@germy: Limbaugh’s place in Palm Beach is right in the target area of the hurricane. Karma strikes twice.
@Mustang Bobby: Rush owns multiple residences. It won’t even be a blip on his radar if his Palm Beach house is destroyed. Wealth is an excellent insulator.
@Cermet: You are correct but I am safely out of the margin of error. I am also located on the highest elevation in my area.
@Betty Cracker: A year ago I got kicked out of Citizens. Forget who I am with but the premiums actually went down some.
@Mustang Bobby: Nobody expects
the Spanish InquisitionInstant Karma!
@Wayne: I’m alongside the canal that runs parallel to SW 77th Avenue. They’ve lowered the water level and I’m hoping it we won’t see the 3 to 5 inches they’re predicting.
@Thing Three: I lived thru Sandy and it was a big deal. I lost my house because of insurance fraud. One trick the adjusters use is rigged software. They didn’t actually consider the extent of the damage, but based their results on sq. ft. FEMA, NFIP are instruments of the insurance industry.
So, I would say it was a big deal.
@Baud: But Gore did not want Clinton to campaign for him (BIG mistake, IMHO). Obama AND Michelle are doing everything they can for Clinton. So not the same scenario.
@Mustang Bobby: Yes sir! I remember you. It’s always amazing how it can go from quiet to crazy in a short time.
@yellowdog: Agree. Just saying that high approvals don’t necessarily translate into the same party winning the White House. Could also point to Ike/Nixon in 1960.
@Wayne: Yeah, I remember Wilma went from zero to disaster in two hours. But as long as the power stays on and the poinciana in the back yard doesn’t take out the roof, I’ll consider myself very lucky.
@Mustang Bobby: My wife and I ride out bikes in your area. I noticed the water level was down at coral reef park. We’re located off 87 ave, 147 terr.
Just called my Mom. She, my cousin and her husband, who all live in the same golf course gated community, are evacuating to Tallahassee this morning.
Ike is running this year?
@Wayne: I’m near SW 168th & Old Cutler Road. This house survived Andrew so I guess it will make it through this one.
@Baud: Ike pretty notoriously didn’t go all out for Nixon in 1960.
@Baud: Ike didn’t do Nixon any favors when a reporter asked him what contribution Nixon had made to the Eisenhower administration and he replied, “Well, if you give me a week, I might think of something.” Even so, the result was that Kennedy won by a hair.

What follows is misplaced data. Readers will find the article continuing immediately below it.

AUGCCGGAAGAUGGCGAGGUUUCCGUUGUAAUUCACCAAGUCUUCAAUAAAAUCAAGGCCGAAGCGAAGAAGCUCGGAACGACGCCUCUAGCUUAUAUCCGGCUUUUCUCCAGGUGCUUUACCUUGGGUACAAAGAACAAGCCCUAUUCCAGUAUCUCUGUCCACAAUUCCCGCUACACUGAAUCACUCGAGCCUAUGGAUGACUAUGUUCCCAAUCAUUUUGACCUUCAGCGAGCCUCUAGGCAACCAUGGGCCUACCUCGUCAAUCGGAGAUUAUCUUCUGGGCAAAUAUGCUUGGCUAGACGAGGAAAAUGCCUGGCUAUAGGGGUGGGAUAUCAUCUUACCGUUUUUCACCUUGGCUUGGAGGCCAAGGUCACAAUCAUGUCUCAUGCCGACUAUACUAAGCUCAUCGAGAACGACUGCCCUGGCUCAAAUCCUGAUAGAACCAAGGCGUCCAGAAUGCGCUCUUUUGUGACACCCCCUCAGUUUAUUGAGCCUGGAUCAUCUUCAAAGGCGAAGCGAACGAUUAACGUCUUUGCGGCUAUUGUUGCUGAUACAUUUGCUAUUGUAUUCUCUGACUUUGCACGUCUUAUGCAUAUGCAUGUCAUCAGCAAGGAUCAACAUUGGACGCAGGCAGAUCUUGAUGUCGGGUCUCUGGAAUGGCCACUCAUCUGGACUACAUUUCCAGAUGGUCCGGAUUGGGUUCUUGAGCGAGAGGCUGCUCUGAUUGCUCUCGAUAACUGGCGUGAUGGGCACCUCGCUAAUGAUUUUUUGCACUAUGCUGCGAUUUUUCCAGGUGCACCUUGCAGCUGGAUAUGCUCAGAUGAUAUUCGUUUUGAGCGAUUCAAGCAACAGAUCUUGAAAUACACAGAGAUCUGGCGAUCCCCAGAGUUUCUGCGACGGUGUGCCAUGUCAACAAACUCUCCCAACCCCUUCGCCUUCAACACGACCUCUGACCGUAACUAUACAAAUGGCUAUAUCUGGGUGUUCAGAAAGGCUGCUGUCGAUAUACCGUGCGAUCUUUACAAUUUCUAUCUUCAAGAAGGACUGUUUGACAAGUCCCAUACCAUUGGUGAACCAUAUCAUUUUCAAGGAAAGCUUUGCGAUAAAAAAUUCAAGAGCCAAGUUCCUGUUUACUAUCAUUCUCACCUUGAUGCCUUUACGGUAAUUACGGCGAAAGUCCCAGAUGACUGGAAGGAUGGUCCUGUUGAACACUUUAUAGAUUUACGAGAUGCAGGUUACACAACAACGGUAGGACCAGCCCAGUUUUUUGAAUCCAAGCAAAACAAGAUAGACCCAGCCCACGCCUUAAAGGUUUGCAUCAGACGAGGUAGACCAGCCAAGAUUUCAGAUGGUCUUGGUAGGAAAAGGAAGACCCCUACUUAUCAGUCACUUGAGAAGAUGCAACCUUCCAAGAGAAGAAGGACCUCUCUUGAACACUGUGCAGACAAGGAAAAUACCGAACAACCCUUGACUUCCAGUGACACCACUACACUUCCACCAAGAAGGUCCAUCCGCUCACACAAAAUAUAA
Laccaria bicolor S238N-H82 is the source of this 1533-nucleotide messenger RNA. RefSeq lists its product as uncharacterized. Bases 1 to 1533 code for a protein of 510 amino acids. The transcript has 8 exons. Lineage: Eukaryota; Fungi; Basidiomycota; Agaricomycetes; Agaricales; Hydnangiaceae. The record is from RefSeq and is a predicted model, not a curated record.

Hurricane Matt is liable to….flatten….large parts. Matt may….finish…off small cities on the coast. I wouldn’t want Matt at the door of my house. Or….gym, either.
@Baud: good morning. Also, Never forget the Palm Beach ballot misdesign. Thousands of Gore votes, going to par Buchanan. Gore won the nationwide popular vote by 500,000. Gore squeaked it out in 2000. We got Boy Blunder care of the Supremes, Jeb, ands horrible ballot design error. Sorry for typos. iPhone.
@Baud: Ike despised Nixon, didn’t campaign for him, IIRC.
peach flavored shampoo
/looks at projected path again, sees zero change from last night
Tallahassee? WTF? Is the entire state going to bail?
Why do you hate Florida Man?
@Elizabelle: The infamous “butterfly ballot”. And hanging chads. And lots and lots of really old, nearly blind voters. Sigh.
@peach flavored shampoo: They are evacuating to Tallahassee not from Tallahassee.
Unless, you actually know what you are doing. Surfing in Japan revolves around typhoon swells. Surfers are honed at watching the storms progress and picking and choosing the best points and times to take advantage of the swell. Genuine surfers on the Atlantic coast of the US do the same. It is a 100% certainty that there are groups of surfers moving up the Atlantic coast, keeping ahead of the storm and finding the best surf. I’ve surfed scores of typhoon swells. It can be done quite safely if one understands the weather and ones own ability.
@peach flavored shampoo: TO Tallahassee
Gin & Tonic
Probably the first jazz record I bought was Ahmad Jamal playing Poinciana
Stay safe, Florida Juicers.
Florida hasn’t had much of anything happen TS related in about 10 years. and n that time the east side has grown a lot. lots of completely-ready-for-a-hurricane types around.
Jeff Masters at Weather Underground this morning:
And it was Gore’s stupid decision to not capitalize on that. Hillary is not so stupid. Obama has her back and she has his.
A number of wingnut friends (some of whom I had considered persuadable) hauled off and did early voting. They were very gleeful about it – “Ain’t nothin’ changin’ mah mahnd ’bout Donald Trump!” I’m wondering if the GOP is suddenly calling on the base to go vote now so they don’t lose any more to Sudden Onset Reality.
We’ve seen our share of hurricanes here in NC, but this one reminds ‘those who know’ of Hazel…luckily, the science has gotten pretty accurate and evacuation orders will be mandatory.
A ‘major’ hurricane is its own animal, and the dread is well earned. Hugo dropped down to tropical storm strength right over my apt back in ’89, tho 70mph vs 74mph wasn’t much of a break and I’ve learned that any organized storm is deadly; anybody who poo-poos Sandy is a know-nothing fuckface
lots of NOT ready that is.
@Betty Cracker: Mar-a-Lago will be literally in the eye of the hurricane. He’ll be able to write off another huge loss next year.